to his assistant, who sat, pen in hand,
ready to take down his remarks on a chart.

“Amativ. large,” mumbled Mr. F.; “Philoprogenitiv.
full; Adhesiv. large; Inhabitiv. small;
Concentrativ. large; Combativ. very large; Destructiv.
very large.”

“What,” exclaimed the gentleman, opening his
eyes, and turning redder in the face, “do you
mean to tell me that I am a destructive?”

“I say that you have combativeness and destructiveness
very largely developed, and that you
must, in consequence, be addicted to fighting,
and —”

“I say I am not,” replied the gentleman, “and
don't you tell me that again. I am one of the
most peaceable men in my Ward.”

“Perhaps you are,” said the phrenologist, “but

-- 108 --

[figure description] Page 108.[end figure description]

I am not accountable for your developments, and
I must repeat, that your destructiveness is very

“Take your hands off of my head,” exclaimed
the gentleman, jumping up, “and take that for
your insolence, you red nosed ghost.” And without
more ado, he struck the phrenologist a blow
under the ear, which sent him reeling up against
his assistant, who stumbled against the case which
contained the head of Saint Paul, which he overturned,
and smashed the glass plate which covered
that valuable relic. The destructive gentleman
then took his hat, and walked out of the “rooms,”
in a state of high excitement.

The phrenologists got upon their feet again, after
a while, but it was a long time before either could

“That is all owing,” said Mr. Fingrum, as soon
as he had recovered from his fright, “to my cautiousness
being so small; confound it, I wish it was
bigger. I perceived, at a glance, that that man's
self esteem and combativ., would make him a dangerous
subject to handle, and so I showed him the
peculiarities of Saint Paul's skull, to prepare his
mind for what I should be obliged to say about
his own; but I ought to have been more cautious.”

-- 109 --

[figure description] Page 109.[end figure description]

“And was that really Saint Paul's skull?” I

“That, no,” said the phrenologist, “it was the
skull of Gibbs, the pirate. I saw that the man's
marvel. was so large that he would believe any
thing I might tell him; if I had told him it was the
skull of Cain, he would have believed it. But he
shall find that my combativeness is as large as his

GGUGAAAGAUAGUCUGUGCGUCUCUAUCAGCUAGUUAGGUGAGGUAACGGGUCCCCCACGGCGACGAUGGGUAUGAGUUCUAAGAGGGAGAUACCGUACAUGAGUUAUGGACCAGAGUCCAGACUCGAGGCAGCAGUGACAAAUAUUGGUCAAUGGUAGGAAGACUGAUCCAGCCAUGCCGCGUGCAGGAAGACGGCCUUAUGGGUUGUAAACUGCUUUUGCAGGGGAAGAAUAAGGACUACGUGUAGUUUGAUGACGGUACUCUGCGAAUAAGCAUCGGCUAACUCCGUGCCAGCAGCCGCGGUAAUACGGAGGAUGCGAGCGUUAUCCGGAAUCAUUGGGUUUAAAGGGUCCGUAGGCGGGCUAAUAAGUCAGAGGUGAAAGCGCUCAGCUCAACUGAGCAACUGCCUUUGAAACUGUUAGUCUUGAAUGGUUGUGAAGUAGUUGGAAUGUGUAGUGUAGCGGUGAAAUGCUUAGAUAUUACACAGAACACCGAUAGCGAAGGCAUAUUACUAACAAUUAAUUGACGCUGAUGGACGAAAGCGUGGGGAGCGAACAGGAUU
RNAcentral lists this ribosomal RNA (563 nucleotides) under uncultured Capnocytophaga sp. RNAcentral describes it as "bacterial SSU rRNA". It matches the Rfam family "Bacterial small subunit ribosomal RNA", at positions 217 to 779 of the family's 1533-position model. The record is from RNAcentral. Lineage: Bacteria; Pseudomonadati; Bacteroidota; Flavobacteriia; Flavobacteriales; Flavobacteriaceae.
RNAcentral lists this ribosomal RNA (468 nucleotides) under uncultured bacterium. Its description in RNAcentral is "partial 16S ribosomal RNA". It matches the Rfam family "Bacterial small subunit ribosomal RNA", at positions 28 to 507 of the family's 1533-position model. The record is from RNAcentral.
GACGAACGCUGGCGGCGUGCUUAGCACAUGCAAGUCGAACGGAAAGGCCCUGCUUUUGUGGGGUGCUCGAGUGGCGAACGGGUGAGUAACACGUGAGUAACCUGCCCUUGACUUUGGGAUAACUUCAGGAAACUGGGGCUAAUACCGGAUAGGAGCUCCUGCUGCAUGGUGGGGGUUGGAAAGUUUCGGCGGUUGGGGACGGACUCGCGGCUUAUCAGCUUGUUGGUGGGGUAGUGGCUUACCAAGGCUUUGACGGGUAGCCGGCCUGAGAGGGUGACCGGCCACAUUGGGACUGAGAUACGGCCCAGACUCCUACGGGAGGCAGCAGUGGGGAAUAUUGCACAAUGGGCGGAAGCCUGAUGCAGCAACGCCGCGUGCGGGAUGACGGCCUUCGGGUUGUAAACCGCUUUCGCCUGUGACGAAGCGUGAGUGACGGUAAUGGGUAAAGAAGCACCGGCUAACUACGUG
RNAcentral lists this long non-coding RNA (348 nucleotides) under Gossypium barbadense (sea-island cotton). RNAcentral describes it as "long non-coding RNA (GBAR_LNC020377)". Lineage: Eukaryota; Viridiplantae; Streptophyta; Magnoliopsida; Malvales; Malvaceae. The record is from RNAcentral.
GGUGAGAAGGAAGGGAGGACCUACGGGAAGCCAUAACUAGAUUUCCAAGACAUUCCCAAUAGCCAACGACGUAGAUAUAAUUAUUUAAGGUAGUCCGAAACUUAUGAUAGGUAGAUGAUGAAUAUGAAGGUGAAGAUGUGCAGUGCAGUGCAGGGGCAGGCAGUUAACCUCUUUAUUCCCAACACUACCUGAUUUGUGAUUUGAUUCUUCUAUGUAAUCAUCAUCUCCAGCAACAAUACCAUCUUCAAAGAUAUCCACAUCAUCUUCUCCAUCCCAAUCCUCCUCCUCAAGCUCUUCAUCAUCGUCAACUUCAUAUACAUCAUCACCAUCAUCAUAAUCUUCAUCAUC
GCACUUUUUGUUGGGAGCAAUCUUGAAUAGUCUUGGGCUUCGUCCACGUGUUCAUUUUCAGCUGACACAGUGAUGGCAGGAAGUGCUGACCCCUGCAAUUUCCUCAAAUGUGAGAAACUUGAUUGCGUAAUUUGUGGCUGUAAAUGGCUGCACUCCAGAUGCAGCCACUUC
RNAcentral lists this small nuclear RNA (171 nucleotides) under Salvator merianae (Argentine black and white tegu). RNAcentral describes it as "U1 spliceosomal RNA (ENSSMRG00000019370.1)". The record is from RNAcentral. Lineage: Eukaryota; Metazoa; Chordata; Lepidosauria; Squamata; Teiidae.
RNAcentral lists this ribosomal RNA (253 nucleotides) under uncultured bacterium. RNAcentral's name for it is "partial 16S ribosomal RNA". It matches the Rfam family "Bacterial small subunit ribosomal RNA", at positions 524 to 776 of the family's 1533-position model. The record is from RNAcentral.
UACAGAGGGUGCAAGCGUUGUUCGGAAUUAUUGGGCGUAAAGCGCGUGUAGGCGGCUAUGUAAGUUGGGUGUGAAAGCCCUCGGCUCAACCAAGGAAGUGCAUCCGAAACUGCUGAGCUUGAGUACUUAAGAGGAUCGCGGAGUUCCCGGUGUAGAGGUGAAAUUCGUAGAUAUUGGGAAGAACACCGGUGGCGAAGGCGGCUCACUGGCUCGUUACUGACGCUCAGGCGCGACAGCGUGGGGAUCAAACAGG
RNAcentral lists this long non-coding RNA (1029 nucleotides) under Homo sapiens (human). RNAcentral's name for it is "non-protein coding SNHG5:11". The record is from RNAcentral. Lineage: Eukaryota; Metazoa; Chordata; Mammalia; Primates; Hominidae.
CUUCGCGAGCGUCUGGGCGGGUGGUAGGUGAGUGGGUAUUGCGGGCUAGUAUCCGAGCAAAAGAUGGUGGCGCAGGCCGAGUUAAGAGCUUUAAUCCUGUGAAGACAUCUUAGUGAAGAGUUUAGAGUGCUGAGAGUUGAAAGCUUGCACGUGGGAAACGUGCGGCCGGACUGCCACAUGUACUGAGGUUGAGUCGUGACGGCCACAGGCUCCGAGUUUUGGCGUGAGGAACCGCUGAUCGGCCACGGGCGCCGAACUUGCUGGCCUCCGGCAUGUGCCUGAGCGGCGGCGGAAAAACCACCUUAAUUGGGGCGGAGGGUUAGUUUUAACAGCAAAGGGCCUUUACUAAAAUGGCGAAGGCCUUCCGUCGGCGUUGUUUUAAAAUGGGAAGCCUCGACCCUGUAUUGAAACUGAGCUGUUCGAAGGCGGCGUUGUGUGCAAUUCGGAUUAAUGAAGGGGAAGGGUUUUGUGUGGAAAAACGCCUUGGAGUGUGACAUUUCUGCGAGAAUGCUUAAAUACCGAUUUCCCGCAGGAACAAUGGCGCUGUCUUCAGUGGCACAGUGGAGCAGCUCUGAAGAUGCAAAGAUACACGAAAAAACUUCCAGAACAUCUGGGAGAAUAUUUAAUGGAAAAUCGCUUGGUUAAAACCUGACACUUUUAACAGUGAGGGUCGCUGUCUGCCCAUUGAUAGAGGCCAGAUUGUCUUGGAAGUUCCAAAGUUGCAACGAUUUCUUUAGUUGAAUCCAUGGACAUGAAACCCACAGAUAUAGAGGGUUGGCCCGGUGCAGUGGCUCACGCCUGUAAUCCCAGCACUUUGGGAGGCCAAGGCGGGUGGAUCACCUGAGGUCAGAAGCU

own; I will go immediately to the police office
and have him arrested.” And so he took his hat
and cane, and walked off, and I was obliged to
leave the rooms without having my head examined,
a circumstance which I regretted very much, as I
felt myself entirely at a loss to determine what pursuit
my talents best qualified me for. My inclinations
rather leaned to the course which my new
friend, Mr. Worhoss, had marked out for himself;
but I thought it would be prudent to try something
else first before I joined his party.

At the tea table I met Mr. Worhoss again, and
that kind hearted young gentleman invited me to
take a walk with him after tea and see the town.
As I was anxious to see every thing worth seeing,
I thanked him for his kindness, and accepted his
offer. He said he would just step up to his room
and dress, and then he should be ready for a walk.

As Mr. Worhoss's “to dress,” meant nothing

-- 110 --

[figure description] Page 110.[end figure description]

more than buttoning up another button of his coat,
and brushing his hair, and pulling down his wristbands,
I thought he was an unreasonable long time
in doing it. At length, however, he made his appearance,
with his slender ebony stick in his hand,
and we walked out together. The street lamps
were lighted, and Mr. Worhoss remarked that as
it was too late to see any thing in Broadway, it
would be advisable to go direct to the theatre. He
said there was to be a sterling English comedy, and
a new French dancer, and consequently, all the
beauty and fashion of the city would be present.

I very gladly assented to his proposal, thinking
that where all the beauty of the city was gathered
together, my beautiful Georgiana could not be

Mr. Worhoss proposed that we should sit in the
pit, as it was decidedly respectable, although not
as genteel as the boxes. Of course, I made no
objections; and when we reached the entrance, I
stopped short, expecting that he would procure the
tickets, as Mr. Lummucks had done, when he gave
me an invitation to go to the theatre with him.
But Mr. Worhoss only pointed to a little round
hole in the partition, and observed that that was
the place where they took the money for the

-- 111 --

[figure description] Page 111.[end figure description]

“Is it indeed?” I said.

“Yes,” said Mr. Worhoss, “and you had better
get a couple of tickets before they begin to
crowd about the doors.”

“O, ah,” I said, feeling very foolish, “I didn't
think of that.”

“I knew you didn't,” replied Mr. Worhoss,
“and that is the very reason why I reminded you
of it.”

According to the delicate suggestion of my new
friend, I bought two tickets, and we entered the
pit about half an hour before the performances
commenced, which gave me an opportunity to observe